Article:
2. Assisting rotation of the fetal back to anterior — restoring the mechanisms to normal

tum2bumYou should rarely have to do this, but if you do, this principle may be helpful: “Rotation, not traction.” You can assist rotation with your fingers on the bony prominences of the baby’s pelvic girdle, as for any breech manoeuvre. Consider as you do what is happening at the inlet of the pelvis – have the shoulders already engaged, or are they just beginning to enter the pelvic brim?

Safe facilitation of physiological breech births depends on the ability to determine when intervention will be beneficial, and when it is unnecessary and potentially harmful. A breech baby will normally rotate spontaneously, with the back to the anterior (“tum to bum”), as the shoulders engage in the transverse diameter of the pelvic inlet. Pulling or manipulating prior to this spontaneous rotation could cause problems. But if the rotation is to the posterior, it may be beneficial for attendants to intervene at this point rather than rotate an occiput-posterior head mid-pelvis. Or at least 77% of an experienced panel think so …

Shawn

References:

Gibes E & Hildebrandt S (2007) Geburtshilfliche Notfälle: vermeiden – erkennen – behandlen, Thieme

Questions for reflection:

  • Watch the videos in this collection. Identify the normal mechanisms, beginning with descent of the sacrum transverse (to the mother’s side). As you are watching, identify which way you will expect the rotation to occur, anticipating the normal rotation. Did the baby rotate as you expected?
  • Imagine you are attending one of the births in the videos and quietly communicating with a colleague who has no previous breech experience, about what you are expecting to see, and what to document during the birth. What do you whisper to your colleague? Do this simultaneously with your colleague/fellow student as you both watch the video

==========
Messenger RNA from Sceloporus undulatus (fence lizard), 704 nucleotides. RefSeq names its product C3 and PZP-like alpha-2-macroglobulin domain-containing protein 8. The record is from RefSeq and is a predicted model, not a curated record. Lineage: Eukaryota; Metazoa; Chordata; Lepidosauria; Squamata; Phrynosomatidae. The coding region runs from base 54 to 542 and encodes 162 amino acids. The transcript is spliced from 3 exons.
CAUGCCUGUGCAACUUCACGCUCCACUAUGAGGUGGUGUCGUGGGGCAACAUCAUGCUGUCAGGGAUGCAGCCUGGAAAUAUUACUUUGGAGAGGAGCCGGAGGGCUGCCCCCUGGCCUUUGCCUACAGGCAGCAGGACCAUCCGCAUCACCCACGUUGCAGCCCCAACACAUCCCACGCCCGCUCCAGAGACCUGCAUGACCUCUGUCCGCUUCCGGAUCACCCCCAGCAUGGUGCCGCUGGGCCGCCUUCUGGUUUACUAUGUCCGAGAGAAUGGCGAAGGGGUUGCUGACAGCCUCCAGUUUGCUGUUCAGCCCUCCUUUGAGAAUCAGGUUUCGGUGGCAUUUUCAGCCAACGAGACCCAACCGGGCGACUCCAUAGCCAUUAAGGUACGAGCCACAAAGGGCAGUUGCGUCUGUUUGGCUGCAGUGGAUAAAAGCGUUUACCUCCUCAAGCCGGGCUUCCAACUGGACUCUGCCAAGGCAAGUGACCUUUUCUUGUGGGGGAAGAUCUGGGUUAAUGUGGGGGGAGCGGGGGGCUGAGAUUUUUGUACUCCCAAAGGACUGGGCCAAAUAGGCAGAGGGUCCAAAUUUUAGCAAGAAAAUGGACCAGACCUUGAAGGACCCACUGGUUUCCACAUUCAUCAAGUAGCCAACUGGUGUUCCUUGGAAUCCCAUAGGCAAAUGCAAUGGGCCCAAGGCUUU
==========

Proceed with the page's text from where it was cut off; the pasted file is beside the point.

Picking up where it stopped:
Videos:

Watch this obstetrician (Diego Alarcon) facilitate a complete breech birth. He is touching more than is advocated by physiological breech-experienced providers – the mechanism has not yet deviated from normal – but his hands tell you what he is thinking. The baby’s right foot is behind the left, indicating that rotation is tending in this direction – sacral anterior, good. However, he is closely guarding this. Watch when he puts the forefinger of his right hand on the baby’s right hip bone to ensure that the rotation will occur in a counter-clockwise direction when the contraction begins. His actions are gentle, not forceful, and they work with the mother’s expulsive efforts.

In this birth, as the sacrum is born, it is mostly transverse (normal), but somewhat posterior, to the mother’s left. The baby does not rotate to sacrum anterior, as we would expect as the arms enter the pelvis to be born. The obstetrician (Michel Odent) recognises that the mechanism has deviated from normal and immediately intervenes to restore the mechanism by sweeping down the anterior arm under the symphysis pubis, across the baby’s face.

This video is much more hands-on than a physiological approach, but it provides a good example of a normal mechanism of sacral rotation following rumping when the mother is in a supine position — and how to assist, because the midwife’s (Renata Hillman) hands are positioned to assist rotation using the bony prominences of the fetal pelvis.